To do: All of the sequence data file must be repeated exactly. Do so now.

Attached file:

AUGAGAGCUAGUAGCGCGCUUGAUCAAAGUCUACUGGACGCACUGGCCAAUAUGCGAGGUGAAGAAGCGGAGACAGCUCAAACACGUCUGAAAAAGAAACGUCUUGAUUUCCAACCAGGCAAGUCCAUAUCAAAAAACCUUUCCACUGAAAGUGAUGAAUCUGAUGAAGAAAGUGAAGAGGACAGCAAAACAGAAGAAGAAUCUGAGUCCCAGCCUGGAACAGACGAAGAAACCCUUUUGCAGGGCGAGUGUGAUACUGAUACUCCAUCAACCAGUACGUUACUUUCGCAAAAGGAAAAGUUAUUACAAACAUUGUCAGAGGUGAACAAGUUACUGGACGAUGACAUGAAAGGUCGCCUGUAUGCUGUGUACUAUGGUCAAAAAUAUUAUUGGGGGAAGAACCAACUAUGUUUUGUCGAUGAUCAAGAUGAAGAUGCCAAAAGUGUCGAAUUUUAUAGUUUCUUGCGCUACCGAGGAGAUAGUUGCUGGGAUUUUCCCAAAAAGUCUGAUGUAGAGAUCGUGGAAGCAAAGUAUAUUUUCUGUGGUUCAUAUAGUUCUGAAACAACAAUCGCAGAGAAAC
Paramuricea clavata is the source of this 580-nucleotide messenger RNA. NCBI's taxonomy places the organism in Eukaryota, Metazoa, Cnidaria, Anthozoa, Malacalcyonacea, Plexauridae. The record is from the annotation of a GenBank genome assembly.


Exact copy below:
AUGAGAGCUAGUAGCGCGCUUGAUCAAAGUCUACUGGACGCACUGGCCAAUAUGCGAGGUGAAGAAGCGGAGACAGCUCAAACACGUCUGAAAAAGAAACGUCUUGAUUUCCAACCAGGCAAGUCCAUAUCAAAAAACCUUUCCACUGAAAGUGAUGAAUCUGAUGAAGAAAGUGAAGAGGACAGCAAAACAGAAGAAGAAUCUGAGUCCCAGCCUGGAACAGACGAAGAAACCCUUUUGCAGGGCGAGUGUGAUACUGAUACUCCAUCAACCAGUACGUUACUUUCGCAAAAGGAAAAGUUAUUACAAACAUUGUCAGAGGUGAACAAGUUACUGGACGAUGACAUGAAAGGUCGCCUGUAUGCUGUGUACUAUGGUCAAAAAUAUUAUUGGGGGAAGAACCAACUAUGUUUUGUCGAUGAUCAAGAUGAAGAUGCCAAAAGUGUCGAAUUUUAUAGUUUCUUGCGCUACCGAGGAGAUAGUUGCUGGGAUUUUCCCAAAAAGUCUGAUGUAGAGAUCGUGGAAGCAAAGUAUAUUUUCUGUGGUUCAUAUAGUUCUGAAACAACAAUCGCAGAGAAAC
Paramuricea clavata is the source of this 580-nucleotide messenger RNA. NCBI's taxonomy places the organism in Eukaryota, Metazoa, Cnidaria, Anthozoa, Malacalcyonacea, Plexauridae. The record is from the annotation of a GenBank genome assembly.